SolarWinds Breezes into Colorado, Acquires Confio Software for $103M

Add Confio Software, a Boulder-based developer of database performance management software, to the list of Colorado tech companies making substantial exits this year. SolarWinds (NYSE: SWI), an Austin, TX-based company that develops IT management software, bought Confio for $103 million in a cash deal that closed Monday.

SolarWinds president and CEO Kevin Thompson said during a conference call that Confio is “the last meaningful piece of the puzzle we set out to assemble in early 2011 when we entered the systems and applications management market.” Confio is SolarWinds’ second major acquisition this year; in May it bought N-able Technologies for $120 million.

Confio Software reached an inflection point in the past few years, according to information the company released before the deal and financial information SolarWinds provided during the conference call.

Confio’s annual revenue is more than $15 million, which put it close to profitability. Confio has about 70 employees and 1,200 customers, ranging from small businesses to large enterprise clients, and they pay an average of $15,000 per transaction.

The growth spurt earned Confio a spot on the Inc. 5,000 list of fastest growing privately held companies. According to Inc., the company took in $4.5 million and 16 employees in 2009.

The numbers make Confio “the fastest growing database performance management company for the past two years,” Thompson said. They also attracted other suitors to Confio, which expedited SolarWinds’ push to close the deal.

“We weren’t the only company looking at Confio,” Thompson said.

Thompson was predictably bullish on Confio and its main product, Confio Ignite. Ignite manages software development and service delivery for systems based on Microsoft SQL Server, Oracle, IBM DB2 and SAP Sybase databases, as well as systems that run on VMware virtual servers and physical servers, according to Confio’s website.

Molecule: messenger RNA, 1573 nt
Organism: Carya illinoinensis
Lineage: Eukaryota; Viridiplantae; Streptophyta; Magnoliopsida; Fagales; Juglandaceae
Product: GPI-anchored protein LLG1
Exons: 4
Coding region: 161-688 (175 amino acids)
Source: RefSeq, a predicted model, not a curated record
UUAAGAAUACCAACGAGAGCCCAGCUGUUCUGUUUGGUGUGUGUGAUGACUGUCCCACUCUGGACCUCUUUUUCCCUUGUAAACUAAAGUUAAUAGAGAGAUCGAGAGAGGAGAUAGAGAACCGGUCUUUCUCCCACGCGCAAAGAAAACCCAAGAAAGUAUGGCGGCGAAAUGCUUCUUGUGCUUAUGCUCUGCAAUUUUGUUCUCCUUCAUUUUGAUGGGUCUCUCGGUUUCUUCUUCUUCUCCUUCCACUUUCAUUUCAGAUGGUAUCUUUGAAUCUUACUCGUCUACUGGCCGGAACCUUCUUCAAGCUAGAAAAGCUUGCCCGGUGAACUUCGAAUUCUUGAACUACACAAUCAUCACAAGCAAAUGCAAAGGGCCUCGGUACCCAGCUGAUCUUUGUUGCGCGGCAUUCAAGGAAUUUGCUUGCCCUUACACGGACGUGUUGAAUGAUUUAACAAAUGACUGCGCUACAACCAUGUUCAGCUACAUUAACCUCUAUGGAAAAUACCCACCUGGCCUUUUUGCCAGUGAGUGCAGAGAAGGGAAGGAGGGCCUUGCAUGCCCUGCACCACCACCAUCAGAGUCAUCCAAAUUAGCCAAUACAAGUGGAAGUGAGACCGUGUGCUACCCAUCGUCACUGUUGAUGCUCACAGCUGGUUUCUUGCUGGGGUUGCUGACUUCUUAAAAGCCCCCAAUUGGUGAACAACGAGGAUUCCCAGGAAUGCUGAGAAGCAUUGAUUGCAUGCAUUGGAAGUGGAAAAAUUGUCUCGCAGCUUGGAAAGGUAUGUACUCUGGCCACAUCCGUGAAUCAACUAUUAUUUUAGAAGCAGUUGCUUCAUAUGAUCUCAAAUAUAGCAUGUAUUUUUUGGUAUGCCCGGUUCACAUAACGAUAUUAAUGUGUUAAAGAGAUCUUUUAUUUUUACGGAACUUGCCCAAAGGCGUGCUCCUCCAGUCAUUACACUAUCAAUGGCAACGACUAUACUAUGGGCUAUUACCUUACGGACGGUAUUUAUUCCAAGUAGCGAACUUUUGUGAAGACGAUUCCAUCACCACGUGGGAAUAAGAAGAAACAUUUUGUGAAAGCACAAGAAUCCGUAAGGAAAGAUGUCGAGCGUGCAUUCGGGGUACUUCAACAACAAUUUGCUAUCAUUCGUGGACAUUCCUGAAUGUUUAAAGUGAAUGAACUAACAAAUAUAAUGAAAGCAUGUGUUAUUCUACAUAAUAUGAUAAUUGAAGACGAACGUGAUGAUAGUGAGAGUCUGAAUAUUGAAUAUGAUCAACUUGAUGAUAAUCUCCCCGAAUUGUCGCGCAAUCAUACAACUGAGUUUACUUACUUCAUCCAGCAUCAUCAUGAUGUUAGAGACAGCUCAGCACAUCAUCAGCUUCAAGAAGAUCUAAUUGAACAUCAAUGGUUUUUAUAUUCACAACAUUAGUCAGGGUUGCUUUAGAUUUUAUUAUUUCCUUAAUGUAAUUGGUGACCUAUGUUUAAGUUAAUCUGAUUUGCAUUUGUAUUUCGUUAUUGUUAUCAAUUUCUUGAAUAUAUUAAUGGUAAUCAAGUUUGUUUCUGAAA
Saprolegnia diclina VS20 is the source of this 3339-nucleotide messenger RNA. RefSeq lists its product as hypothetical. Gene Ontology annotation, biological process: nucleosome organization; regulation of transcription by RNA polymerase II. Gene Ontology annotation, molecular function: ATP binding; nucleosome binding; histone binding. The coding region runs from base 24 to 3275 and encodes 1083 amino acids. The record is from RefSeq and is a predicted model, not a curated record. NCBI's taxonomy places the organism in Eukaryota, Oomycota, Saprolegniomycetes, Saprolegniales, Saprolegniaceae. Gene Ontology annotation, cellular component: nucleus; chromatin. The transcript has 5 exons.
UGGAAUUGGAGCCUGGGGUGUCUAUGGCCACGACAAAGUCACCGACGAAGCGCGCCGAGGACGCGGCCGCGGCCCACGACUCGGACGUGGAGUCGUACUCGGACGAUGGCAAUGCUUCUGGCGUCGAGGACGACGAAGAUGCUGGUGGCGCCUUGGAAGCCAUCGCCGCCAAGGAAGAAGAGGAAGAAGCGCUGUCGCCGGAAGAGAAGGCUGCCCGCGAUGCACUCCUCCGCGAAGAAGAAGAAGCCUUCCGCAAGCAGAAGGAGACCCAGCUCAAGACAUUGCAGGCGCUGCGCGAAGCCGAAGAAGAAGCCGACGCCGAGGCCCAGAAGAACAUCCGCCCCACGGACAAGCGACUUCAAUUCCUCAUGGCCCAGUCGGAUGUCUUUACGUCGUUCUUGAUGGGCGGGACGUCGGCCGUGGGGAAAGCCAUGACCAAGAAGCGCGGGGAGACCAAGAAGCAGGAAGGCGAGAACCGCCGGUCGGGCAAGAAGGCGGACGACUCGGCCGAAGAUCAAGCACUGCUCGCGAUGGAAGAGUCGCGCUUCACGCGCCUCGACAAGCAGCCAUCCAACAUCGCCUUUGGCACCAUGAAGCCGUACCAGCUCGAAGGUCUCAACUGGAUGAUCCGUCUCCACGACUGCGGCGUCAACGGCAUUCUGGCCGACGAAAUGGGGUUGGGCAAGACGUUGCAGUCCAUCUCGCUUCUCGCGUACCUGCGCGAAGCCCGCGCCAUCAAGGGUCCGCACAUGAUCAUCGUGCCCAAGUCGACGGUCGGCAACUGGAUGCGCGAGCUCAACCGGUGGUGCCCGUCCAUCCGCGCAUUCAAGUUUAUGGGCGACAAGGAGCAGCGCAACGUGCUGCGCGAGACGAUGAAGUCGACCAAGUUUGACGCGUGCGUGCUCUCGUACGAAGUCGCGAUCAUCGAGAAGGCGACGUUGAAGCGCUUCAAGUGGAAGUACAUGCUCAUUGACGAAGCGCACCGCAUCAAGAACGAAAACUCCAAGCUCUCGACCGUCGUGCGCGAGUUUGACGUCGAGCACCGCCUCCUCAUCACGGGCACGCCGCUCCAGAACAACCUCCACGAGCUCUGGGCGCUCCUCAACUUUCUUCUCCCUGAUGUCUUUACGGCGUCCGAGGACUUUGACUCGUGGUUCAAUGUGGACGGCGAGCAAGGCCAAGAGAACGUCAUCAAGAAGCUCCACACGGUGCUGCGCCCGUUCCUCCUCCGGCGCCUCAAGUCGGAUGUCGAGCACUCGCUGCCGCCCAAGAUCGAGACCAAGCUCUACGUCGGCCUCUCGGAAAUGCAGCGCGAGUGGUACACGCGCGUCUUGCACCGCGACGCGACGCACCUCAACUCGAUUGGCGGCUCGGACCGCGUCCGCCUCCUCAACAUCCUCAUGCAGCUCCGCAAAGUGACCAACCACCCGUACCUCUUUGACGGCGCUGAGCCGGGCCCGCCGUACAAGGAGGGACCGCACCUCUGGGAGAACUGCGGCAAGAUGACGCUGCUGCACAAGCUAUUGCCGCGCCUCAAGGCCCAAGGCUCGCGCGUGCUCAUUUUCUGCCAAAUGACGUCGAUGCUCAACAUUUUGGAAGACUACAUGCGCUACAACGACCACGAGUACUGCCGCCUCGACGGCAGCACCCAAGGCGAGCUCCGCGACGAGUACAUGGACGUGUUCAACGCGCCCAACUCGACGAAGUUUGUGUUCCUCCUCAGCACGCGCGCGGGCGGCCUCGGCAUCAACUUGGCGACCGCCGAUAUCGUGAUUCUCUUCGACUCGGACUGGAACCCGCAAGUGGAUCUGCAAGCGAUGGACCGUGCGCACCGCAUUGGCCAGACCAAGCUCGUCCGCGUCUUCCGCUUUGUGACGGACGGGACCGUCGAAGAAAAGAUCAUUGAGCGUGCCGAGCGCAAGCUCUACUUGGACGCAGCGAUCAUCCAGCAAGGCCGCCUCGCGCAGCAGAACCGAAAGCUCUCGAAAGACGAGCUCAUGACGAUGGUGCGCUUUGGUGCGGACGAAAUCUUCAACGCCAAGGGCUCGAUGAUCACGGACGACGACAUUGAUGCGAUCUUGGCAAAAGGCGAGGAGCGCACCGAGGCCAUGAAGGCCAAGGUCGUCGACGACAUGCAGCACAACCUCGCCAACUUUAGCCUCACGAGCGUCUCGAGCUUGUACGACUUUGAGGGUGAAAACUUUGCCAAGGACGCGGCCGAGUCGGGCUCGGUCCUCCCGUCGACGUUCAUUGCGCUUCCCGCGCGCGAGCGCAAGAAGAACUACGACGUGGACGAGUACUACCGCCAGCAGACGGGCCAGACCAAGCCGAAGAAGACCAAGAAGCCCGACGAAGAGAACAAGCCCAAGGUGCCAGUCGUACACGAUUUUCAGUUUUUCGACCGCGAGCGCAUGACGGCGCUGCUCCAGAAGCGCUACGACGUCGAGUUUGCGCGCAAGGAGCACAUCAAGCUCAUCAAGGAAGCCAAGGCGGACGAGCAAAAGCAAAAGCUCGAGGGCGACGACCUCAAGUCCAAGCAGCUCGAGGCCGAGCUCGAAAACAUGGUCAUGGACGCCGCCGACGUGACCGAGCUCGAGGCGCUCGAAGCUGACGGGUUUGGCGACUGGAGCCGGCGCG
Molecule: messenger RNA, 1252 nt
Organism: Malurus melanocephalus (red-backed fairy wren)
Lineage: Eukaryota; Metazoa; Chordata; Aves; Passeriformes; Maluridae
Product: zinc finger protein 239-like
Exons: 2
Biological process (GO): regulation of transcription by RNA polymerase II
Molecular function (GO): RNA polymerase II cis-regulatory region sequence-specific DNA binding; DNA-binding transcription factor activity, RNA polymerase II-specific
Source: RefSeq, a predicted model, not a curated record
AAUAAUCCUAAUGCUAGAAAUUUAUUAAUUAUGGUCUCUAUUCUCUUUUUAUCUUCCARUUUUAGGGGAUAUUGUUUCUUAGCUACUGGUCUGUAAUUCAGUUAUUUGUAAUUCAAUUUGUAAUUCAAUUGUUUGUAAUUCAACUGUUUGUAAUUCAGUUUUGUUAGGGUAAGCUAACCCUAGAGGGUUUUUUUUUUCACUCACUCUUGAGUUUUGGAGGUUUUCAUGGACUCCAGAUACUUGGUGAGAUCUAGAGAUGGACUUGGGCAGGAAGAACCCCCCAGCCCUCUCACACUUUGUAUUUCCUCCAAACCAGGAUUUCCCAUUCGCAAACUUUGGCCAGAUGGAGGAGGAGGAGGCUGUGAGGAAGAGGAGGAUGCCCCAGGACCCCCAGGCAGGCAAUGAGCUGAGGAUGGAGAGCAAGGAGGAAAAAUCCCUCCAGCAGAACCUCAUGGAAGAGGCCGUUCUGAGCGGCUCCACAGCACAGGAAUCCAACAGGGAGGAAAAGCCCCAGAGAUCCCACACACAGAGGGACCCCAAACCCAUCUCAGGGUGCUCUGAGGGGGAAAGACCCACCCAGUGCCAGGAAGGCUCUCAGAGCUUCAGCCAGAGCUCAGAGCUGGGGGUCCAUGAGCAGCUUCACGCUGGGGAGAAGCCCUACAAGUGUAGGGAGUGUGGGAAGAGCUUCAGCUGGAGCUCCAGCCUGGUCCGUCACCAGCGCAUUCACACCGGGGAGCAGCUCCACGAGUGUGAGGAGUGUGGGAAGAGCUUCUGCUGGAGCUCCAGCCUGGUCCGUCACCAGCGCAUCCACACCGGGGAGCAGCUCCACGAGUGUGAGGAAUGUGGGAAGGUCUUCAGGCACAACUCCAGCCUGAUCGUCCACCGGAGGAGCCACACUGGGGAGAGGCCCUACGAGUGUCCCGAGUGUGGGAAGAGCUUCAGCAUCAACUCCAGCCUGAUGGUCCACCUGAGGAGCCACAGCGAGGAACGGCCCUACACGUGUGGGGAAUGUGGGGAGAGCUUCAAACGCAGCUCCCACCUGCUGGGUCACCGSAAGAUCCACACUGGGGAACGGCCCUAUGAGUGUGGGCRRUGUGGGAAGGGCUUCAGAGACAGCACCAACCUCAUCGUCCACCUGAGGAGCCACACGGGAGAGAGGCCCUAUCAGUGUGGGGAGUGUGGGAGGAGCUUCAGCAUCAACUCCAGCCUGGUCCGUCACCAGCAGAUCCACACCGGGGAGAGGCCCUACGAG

SolarWinds expects demand for Ignite will grow as companies that need to develop, deploy, and operate database systems make changes to accommodate the rise of “big data,” virtual and cloud-based services, and agile development processes, Thompson said.

The deal is among SolarWinds’ biggest, and Confio is a more established and better performing company than some of SolarWinds’ recent acquisitions, Thompson said. SolarWinds will largely let Confio focus on “finishing what they started” through the rest of 2013 before taking steps to integrate operations in 2014.

The acquisition will not affect SolarWinds’ third quarter earnings because it closed after the quarter ended, and the company expects Confio will add $2 million to $3 million in fourth-quarter revenue.

Analysts are not as enthusiastic and question how well SolarWinds can integrate its new companies, according to this roundup from Investor’s Business Daily. Shares of SolarWinds have dropped more than 45 percent since hitting an all-time high of 61.52 on March 14, the article noted.

From a Colorado perspective, the deal is one of a series that has seen emerging tech companies sell to public companies for more than $100 million. The list includes LineRate Systems (bought by F5 Networks (Nasdaq: FFIV) for $125 million), NexGen Storage (bought by Fusion-IO (NYSE: FIO) for $119 million), and Backflip Studios (toy- and game-maker Hasbro (NASDAQ: HAS) bought 70 percent of the company for $112 million.)

Unlike those companies, which tended to be only a few years old, Confio has been around almost a decade. Matt Larson founded Confio in 2004 and was its CEO.

Confio appears to have been bootstrapped, as the SEC database does not list any filings from the company. SolarWinds did not make Larson available for comment.

Larson will join SolarWinds as the general manager of the Confio unit, a spokesperson for SolarWinds said. The company will remain in Boulder for now and almost all the staff will remain with the company, she said.

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